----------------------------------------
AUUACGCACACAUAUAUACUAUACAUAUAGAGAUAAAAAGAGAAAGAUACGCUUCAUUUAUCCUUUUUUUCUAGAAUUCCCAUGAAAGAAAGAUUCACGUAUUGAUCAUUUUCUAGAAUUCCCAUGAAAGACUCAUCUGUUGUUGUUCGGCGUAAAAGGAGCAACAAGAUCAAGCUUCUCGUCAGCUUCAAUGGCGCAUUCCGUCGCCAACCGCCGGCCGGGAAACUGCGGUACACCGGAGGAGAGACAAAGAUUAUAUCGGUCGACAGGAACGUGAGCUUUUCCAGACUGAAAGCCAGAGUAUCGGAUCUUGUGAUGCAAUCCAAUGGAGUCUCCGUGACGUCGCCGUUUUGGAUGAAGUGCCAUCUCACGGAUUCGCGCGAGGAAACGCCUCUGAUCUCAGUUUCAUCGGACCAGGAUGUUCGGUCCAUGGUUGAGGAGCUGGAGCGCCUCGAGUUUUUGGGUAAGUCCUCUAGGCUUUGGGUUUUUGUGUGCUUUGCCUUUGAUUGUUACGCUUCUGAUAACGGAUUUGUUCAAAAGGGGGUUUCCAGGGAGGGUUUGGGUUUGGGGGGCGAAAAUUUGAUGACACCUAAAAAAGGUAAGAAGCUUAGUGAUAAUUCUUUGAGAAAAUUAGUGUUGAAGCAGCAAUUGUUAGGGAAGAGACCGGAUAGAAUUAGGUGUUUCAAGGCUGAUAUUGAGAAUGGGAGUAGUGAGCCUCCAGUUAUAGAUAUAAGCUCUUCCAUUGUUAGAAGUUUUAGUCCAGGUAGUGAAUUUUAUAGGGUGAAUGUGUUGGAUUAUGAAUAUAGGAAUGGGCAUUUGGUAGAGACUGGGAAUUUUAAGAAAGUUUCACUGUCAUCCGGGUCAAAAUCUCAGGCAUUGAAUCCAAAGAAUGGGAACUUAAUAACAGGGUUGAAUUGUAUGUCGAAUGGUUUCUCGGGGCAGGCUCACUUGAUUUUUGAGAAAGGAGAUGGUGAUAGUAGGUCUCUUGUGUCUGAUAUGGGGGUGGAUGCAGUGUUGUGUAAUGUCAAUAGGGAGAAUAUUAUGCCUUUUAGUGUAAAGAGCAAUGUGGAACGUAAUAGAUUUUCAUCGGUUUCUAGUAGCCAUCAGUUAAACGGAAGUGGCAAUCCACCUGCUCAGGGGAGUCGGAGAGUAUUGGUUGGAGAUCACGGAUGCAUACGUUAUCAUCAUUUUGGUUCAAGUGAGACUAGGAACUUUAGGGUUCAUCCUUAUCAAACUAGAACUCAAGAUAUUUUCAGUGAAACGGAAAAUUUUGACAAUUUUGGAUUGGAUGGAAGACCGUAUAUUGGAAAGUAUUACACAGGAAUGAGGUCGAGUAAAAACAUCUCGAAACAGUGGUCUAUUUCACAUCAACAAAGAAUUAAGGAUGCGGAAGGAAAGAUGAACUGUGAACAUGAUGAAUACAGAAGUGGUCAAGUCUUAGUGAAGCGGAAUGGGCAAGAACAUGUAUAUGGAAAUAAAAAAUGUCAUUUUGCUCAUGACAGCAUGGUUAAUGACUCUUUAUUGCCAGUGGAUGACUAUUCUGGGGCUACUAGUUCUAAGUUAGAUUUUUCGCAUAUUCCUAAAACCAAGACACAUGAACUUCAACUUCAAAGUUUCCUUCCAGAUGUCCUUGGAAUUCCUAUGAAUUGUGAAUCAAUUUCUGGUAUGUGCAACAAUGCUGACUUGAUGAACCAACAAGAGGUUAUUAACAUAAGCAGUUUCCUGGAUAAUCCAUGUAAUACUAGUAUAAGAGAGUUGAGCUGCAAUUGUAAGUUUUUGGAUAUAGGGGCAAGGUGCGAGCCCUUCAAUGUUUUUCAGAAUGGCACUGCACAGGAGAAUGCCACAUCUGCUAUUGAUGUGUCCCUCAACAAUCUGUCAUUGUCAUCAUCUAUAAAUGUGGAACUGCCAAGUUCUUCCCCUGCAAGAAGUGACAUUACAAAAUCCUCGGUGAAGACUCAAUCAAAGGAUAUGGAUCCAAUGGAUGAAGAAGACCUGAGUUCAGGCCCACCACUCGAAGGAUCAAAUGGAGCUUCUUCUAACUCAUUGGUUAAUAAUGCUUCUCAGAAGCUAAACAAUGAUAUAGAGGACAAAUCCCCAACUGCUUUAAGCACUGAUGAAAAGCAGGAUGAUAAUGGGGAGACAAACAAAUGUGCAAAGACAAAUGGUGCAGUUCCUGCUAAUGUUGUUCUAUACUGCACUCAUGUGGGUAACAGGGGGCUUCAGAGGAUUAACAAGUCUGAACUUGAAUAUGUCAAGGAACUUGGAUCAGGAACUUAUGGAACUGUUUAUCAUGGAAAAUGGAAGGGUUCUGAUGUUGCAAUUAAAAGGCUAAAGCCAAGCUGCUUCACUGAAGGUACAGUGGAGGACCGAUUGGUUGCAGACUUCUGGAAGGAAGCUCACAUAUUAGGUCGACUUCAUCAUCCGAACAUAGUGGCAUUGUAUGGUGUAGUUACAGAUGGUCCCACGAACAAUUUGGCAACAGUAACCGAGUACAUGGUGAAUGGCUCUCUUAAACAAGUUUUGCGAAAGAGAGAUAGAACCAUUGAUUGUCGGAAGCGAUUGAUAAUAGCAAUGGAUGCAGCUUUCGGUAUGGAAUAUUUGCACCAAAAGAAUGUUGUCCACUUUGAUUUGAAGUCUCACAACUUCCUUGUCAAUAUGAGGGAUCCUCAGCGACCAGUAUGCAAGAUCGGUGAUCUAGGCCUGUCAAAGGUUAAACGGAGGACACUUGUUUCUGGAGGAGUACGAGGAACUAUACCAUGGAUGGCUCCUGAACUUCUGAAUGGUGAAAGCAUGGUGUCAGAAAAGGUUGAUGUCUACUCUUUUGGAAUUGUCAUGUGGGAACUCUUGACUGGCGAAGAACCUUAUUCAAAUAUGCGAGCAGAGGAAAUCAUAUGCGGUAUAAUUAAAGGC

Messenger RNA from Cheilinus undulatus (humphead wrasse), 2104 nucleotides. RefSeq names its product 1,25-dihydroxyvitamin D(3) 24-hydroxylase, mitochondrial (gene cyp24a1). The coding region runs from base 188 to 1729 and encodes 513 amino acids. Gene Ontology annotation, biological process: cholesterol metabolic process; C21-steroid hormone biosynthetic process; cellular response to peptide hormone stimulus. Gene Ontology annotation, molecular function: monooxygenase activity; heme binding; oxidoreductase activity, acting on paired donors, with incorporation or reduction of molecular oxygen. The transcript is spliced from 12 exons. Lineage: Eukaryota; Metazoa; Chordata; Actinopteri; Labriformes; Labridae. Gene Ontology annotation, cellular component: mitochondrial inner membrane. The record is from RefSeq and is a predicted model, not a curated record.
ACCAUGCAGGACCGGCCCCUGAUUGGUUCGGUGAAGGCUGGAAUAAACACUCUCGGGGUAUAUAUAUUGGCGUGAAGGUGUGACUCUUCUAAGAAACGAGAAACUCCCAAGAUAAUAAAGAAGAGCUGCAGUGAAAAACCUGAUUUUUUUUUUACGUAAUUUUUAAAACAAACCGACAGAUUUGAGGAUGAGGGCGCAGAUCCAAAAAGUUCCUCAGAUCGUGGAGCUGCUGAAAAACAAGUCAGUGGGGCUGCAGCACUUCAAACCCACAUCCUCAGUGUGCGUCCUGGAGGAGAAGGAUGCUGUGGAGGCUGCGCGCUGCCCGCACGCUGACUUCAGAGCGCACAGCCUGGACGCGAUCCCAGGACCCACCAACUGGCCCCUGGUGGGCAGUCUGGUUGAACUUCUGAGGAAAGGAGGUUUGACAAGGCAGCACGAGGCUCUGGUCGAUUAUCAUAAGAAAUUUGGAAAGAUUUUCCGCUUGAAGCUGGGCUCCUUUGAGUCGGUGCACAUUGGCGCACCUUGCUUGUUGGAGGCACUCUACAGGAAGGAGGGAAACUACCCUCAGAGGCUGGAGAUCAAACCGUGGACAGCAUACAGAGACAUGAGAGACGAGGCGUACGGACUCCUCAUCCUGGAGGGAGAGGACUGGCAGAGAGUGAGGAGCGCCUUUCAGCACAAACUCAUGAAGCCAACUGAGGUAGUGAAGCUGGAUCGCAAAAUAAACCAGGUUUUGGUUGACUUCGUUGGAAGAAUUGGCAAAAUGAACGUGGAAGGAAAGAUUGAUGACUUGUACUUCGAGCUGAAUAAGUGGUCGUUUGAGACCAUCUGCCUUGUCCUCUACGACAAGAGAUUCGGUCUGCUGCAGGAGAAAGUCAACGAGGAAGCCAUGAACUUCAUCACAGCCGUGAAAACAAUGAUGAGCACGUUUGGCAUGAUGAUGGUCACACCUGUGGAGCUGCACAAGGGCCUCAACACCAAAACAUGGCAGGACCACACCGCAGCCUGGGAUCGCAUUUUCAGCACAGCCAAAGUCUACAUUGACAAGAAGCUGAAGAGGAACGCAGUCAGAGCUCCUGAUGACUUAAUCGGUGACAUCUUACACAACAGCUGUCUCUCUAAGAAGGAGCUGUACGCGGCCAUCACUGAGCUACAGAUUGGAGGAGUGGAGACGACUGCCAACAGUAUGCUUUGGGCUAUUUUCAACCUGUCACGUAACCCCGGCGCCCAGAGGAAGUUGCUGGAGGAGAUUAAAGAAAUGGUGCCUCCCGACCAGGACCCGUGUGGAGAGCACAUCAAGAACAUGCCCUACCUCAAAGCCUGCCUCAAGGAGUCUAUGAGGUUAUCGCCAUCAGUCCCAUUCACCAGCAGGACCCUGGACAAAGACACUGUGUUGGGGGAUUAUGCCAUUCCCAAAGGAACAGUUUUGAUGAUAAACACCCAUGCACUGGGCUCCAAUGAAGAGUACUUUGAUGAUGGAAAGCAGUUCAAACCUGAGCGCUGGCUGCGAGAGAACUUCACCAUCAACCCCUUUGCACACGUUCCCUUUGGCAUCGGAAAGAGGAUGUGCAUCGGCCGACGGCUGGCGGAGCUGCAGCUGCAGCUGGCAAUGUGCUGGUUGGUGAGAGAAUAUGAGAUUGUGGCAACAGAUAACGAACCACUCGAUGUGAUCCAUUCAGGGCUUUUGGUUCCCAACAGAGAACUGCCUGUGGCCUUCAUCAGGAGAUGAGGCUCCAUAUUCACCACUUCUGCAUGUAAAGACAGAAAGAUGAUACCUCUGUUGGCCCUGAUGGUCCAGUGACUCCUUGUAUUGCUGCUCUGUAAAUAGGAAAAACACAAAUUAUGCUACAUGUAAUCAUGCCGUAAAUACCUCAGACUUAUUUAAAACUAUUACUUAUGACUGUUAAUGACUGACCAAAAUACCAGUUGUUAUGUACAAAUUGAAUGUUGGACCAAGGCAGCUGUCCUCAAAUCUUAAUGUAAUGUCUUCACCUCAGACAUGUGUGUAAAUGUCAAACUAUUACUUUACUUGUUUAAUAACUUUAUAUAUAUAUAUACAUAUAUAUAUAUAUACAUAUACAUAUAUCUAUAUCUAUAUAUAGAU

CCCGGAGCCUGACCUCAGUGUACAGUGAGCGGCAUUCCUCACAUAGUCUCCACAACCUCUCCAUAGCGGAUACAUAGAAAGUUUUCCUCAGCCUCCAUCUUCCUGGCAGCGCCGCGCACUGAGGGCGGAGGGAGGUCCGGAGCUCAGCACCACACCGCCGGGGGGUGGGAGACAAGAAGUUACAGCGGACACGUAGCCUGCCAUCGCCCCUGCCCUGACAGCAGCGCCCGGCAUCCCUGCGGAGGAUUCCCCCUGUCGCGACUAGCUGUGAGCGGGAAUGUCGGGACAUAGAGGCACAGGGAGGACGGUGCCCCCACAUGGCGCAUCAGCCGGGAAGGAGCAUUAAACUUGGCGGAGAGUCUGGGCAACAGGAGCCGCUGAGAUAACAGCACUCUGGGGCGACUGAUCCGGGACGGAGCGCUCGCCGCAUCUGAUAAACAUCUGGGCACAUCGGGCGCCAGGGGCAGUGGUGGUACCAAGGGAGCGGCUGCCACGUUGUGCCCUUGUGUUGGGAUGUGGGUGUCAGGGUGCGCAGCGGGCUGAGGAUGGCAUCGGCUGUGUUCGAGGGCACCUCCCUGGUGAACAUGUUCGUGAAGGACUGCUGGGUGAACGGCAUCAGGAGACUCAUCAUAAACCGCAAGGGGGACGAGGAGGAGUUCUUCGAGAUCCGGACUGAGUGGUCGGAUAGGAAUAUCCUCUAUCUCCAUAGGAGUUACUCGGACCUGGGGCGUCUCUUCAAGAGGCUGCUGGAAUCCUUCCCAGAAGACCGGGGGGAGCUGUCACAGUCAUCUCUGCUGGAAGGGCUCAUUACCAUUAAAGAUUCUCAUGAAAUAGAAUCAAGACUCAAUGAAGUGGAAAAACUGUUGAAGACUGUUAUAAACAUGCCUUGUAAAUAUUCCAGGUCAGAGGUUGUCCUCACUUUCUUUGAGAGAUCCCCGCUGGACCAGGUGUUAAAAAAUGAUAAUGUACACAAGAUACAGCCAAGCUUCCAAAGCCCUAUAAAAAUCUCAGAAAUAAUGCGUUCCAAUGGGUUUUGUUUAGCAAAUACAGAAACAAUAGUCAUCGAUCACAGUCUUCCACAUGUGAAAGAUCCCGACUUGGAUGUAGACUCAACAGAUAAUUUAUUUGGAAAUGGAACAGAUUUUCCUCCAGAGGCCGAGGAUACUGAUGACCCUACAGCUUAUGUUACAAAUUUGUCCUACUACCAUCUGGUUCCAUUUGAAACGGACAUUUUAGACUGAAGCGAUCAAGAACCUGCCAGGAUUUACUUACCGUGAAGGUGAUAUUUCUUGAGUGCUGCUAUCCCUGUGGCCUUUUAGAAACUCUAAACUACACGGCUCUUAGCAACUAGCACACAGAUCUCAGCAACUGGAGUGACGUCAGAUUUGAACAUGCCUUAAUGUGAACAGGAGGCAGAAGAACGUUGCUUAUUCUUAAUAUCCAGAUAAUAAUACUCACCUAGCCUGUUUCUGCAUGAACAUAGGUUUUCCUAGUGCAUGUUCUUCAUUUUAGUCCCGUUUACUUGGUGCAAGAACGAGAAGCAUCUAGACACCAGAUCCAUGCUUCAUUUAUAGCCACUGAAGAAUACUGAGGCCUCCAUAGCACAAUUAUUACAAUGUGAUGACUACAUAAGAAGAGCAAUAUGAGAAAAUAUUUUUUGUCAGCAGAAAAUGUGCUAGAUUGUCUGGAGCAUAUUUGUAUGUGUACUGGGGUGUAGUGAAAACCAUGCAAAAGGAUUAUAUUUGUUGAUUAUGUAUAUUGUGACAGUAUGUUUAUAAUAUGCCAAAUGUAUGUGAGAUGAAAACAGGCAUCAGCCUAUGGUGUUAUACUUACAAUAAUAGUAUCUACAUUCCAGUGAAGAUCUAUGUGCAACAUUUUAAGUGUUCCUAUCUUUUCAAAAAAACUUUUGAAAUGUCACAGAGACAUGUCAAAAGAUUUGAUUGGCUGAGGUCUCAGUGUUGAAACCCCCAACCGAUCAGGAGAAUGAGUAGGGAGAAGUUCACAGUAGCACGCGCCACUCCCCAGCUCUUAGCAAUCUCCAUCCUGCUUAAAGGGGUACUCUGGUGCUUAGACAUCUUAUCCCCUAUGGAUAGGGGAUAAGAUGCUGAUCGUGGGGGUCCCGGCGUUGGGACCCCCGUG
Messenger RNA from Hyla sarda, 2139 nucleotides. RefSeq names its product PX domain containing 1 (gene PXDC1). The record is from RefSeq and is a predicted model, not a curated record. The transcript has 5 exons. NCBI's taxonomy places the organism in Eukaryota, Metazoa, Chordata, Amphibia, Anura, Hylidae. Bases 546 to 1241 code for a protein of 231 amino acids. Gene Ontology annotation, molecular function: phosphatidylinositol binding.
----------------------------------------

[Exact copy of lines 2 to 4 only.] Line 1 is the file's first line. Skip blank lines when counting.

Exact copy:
Messenger RNA from Cheilinus undulatus (humphead wrasse), 2104 nucleotides. RefSeq names its product 1,25-dihydroxyvitamin D(3) 24-hydroxylase, mitochondrial (gene cyp24a1). The coding region runs from base 188 to 1729 and encodes 513 amino acids. Gene Ontology annotation, biological process: cholesterol metabolic process; C21-steroid hormone biosynthetic process; cellular response to peptide hormone stimulus. Gene Ontology annotation, molecular function: monooxygenase activity; heme binding; oxidoreductase activity, acting on paired donors, with incorporation or reduction of molecular oxygen. The transcript is spliced from 12 exons. Lineage: Eukaryota; Metazoa; Chordata; Actinopteri; Labriformes; Labridae. Gene Ontology annotation, cellular component: mitochondrial inner membrane. The record is from RefSeq and is a predicted model, not a curated record.
ACCAUGCAGGACCGGCCCCUGAUUGGUUCGGUGAAGGCUGGAAUAAACACUCUCGGGGUAUAUAUAUUGGCGUGAAGGUGUGACUCUUCUAAGAAACGAGAAACUCCCAAGAUAAUAAAGAAGAGCUGCAGUGAAAAACCUGAUUUUUUUUUUACGUAAUUUUUAAAACAAACCGACAGAUUUGAGGAUGAGGGCGCAGAUCCAAAAAGUUCCUCAGAUCGUGGAGCUGCUGAAAAACAAGUCAGUGGGGCUGCAGCACUUCAAACCCACAUCCUCAGUGUGCGUCCUGGAGGAGAAGGAUGCUGUGGAGGCUGCGCGCUGCCCGCACGCUGACUUCAGAGCGCACAGCCUGGACGCGAUCCCAGGACCCACCAACUGGCCCCUGGUGGGCAGUCUGGUUGAACUUCUGAGGAAAGGAGGUUUGACAAGGCAGCACGAGGCUCUGGUCGAUUAUCAUAAGAAAUUUGGAAAGAUUUUCCGCUUGAAGCUGGGCUCCUUUGAGUCGGUGCACAUUGGCGCACCUUGCUUGUUGGAGGCACUCUACAGGAAGGAGGGAAACUACCCUCAGAGGCUGGAGAUCAAACCGUGGACAGCAUACAGAGACAUGAGAGACGAGGCGUACGGACUCCUCAUCCUGGAGGGAGAGGACUGGCAGAGAGUGAGGAGCGCCUUUCAGCACAAACUCAUGAAGCCAACUGAGGUAGUGAAGCUGGAUCGCAAAAUAAACCAGGUUUUGGUUGACUUCGUUGGAAGAAUUGGCAAAAUGAACGUGGAAGGAAAGAUUGAUGACUUGUACUUCGAGCUGAAUAAGUGGUCGUUUGAGACCAUCUGCCUUGUCCUCUACGACAAGAGAUUCGGUCUGCUGCAGGAGAAAGUCAACGAGGAAGCCAUGAACUUCAUCACAGCCGUGAAAACAAUGAUGAGCACGUUUGGCAUGAUGAUGGUCACACCUGUGGAGCUGCACAAGGGCCUCAACACCAAAACAUGGCAGGACCACACCGCAGCCUGGGAUCGCAUUUUCAGCACAGCCAAAGUCUACAUUGACAAGAAGCUGAAGAGGAACGCAGUCAGAGCUCCUGAUGACUUAAUCGGUGACAUCUUACACAACAGCUGUCUCUCUAAGAAGGAGCUGUACGCGGCCAUCACUGAGCUACAGAUUGGAGGAGUGGAGACGACUGCCAACAGUAUGCUUUGGGCUAUUUUCAACCUGUCACGUAACCCCGGCGCCCAGAGGAAGUUGCUGGAGGAGAUUAAAGAAAUGGUGCCUCCCGACCAGGACCCGUGUGGAGAGCACAUCAAGAACAUGCCCUACCUCAAAGCCUGCCUCAAGGAGUCUAUGAGGUUAUCGCCAUCAGUCCCAUUCACCAGCAGGACCCUGGACAAAGACACUGUGUUGGGGGAUUAUGCCAUUCCCAAAGGAACAGUUUUGAUGAUAAACACCCAUGCACUGGGCUCCAAUGAAGAGUACUUUGAUGAUGGAAAGCAGUUCAAACCUGAGCGCUGGCUGCGAGAGAACUUCACCAUCAACCCCUUUGCACACGUUCCCUUUGGCAUCGGAAAGAGGAUGUGCAUCGGCCGACGGCUGGCGGAGCUGCAGCUGCAGCUGGCAAUGUGCUGGUUGGUGAGAGAAUAUGAGAUUGUGGCAACAGAUAACGAACCACUCGAUGUGAUCCAUUCAGGGCUUUUGGUUCCCAACAGAGAACUGCCUGUGGCCUUCAUCAGGAGAUGAGGCUCCAUAUUCACCACUUCUGCAUGUAAAGACAGAAAGAUGAUACCUCUGUUGGCCCUGAUGGUCCAGUGACUCCUUGUAUUGCUGCUCUGUAAAUAGGAAAAACACAAAUUAUGCUACAUGUAAUCAUGCCGUAAAUACCUCAGACUUAUUUAAAACUAUUACUUAUGACUGUUAAUGACUGACCAAAAUACCAGUUGUUAUGUACAAAUUGAAUGUUGGACCAAGGCAGCUGUCCUCAAAUCUUAAUGUAAUGUCUUCACCUCAGACAUGUGUGUAAAUGUCAAACUAUUACUUUACUUGUUUAAUAACUUUAUAUAUAUAUAUACAUAUAUAUAUAUAUACAUAUACAUAUAUCUAUAUCUAUAUAUAGAU

CCCGGAGCCUGACCUCAGUGUACAGUGAGCGGCAUUCCUCACAUAGUCUCCACAACCUCUCCAUAGCGGAUACAUAGAAAGUUUUCCUCAGCCUCCAUCUUCCUGGCAGCGCCGCGCACUGAGGGCGGAGGGAGGUCCGGAGCUCAGCACCACACCGCCGGGGGGUGGGAGACAAGAAGUUACAGCGGACACGUAGCCUGCCAUCGCCCCUGCCCUGACAGCAGCGCCCGGCAUCCCUGCGGAGGAUUCCCCCUGUCGCGACUAGCUGUGAGCGGGAAUGUCGGGACAUAGAGGCACAGGGAGGACGGUGCCCCCACAUGGCGCAUCAGCCGGGAAGGAGCAUUAAACUUGGCGGAGAGUCUGGGCAACAGGAGCCGCUGAGAUAACAGCACUCUGGGGCGACUGAUCCGGGACGGAGCGCUCGCCGCAUCUGAUAAACAUCUGGGCACAUCGGGCGCCAGGGGCAGUGGUGGUACCAAGGGAGCGGCUGCCACGUUGUGCCCUUGUGUUGGGAUGUGGGUGUCAGGGUGCGCAGCGGGCUGAGGAUGGCAUCGGCUGUGUUCGAGGGCACCUCCCUGGUGAACAUGUUCGUGAAGGACUGCUGGGUGAACGGCAUCAGGAGACUCAUCAUAAACCGCAAGGGGGACGAGGAGGAGUUCUUCGAGAUCCGGACUGAGUGGUCGGAUAGGAAUAUCCUCUAUCUCCAUAGGAGUUACUCGGACCUGGGGCGUCUCUUCAAGAGGCUGCUGGAAUCCUUCCCAGAAGACCGGGGGGAGCUGUCACAGUCAUCUCUGCUGGAAGGGCUCAUUACCAUUAAAGAUUCUCAUGAAAUAGAAUCAAGACUCAAUGAAGUGGAAAAACUGUUGAAGACUGUUAUAAACAUGCCUUGUAAAUAUUCCAGGUCAGAGGUUGUCCUCACUUUCUUUGAGAGAUCCCCGCUGGACCAGGUGUUAAAAAAUGAUAAUGUACACAAGAUACAGCCAAGCUUCCAAAGCCCUAUAAAAAUCUCAGAAAUAAUGCGUUCCAAUGGGUUUUGUUUAGCAAAUACAGAAACAAUAGUCAUCGAUCACAGUCUUCCACAUGUGAAAGAUCCCGACUUGGAUGUAGACUCAACAGAUAAUUUAUUUGGAAAUGGAACAGAUUUUCCUCCAGAGGCCGAGGAUACUGAUGACCCUACAGCUUAUGUUACAAAUUUGUCCUACUACCAUCUGGUUCCAUUUGAAACGGACAUUUUAGACUGAAGCGAUCAAGAACCUGCCAGGAUUUACUUACCGUGAAGGUGAUAUUUCUUGAGUGCUGCUAUCCCUGUGGCCUUUUAGAAACUCUAAACUACACGGCUCUUAGCAACUAGCACACAGAUCUCAGCAACUGGAGUGACGUCAGAUUUGAACAUGCCUUAAUGUGAACAGGAGGCAGAAGAACGUUGCUUAUUCUUAAUAUCCAGAUAAUAAUACUCACCUAGCCUGUUUCUGCAUGAACAUAGGUUUUCCUAGUGCAUGUUCUUCAUUUUAGUCCCGUUUACUUGGUGCAAGAACGAGAAGCAUCUAGACACCAGAUCCAUGCUUCAUUUAUAGCCACUGAAGAAUACUGAGGCCUCCAUAGCACAAUUAUUACAAUGUGAUGACUACAUAAGAAGAGCAAUAUGAGAAAAUAUUUUUUGUCAGCAGAAAAUGUGCUAGAUUGUCUGGAGCAUAUUUGUAUGUGUACUGGGGUGUAGUGAAAACCAUGCAAAAGGAUUAUAUUUGUUGAUUAUGUAUAUUGUGACAGUAUGUUUAUAAUAUGCCAAAUGUAUGUGAGAUGAAAACAGGCAUCAGCCUAUGGUGUUAUACUUACAAUAAUAGUAUCUACAUUCCAGUGAAGAUCUAUGUGCAACAUUUUAAGUGUUCCUAUCUUUUCAAAAAAACUUUUGAAAUGUCACAGAGACAUGUCAAAAGAUUUGAUUGGCUGAGGUCUCAGUGUUGAAACCCCCAACCGAUCAGGAGAAUGAGUAGGGAGAAGUUCACAGUAGCACGCGCCACUCCCCAGCUCUUAGCAAUCUCCAUCCUGCUUAAAGGGGUACUCUGGUGCUUAGACAUCUUAUCCCCUAUGGAUAGGGGAUAAGAUGCUGAUCGUGGGGGUCCCGGCGUUGGGACCCCCGUG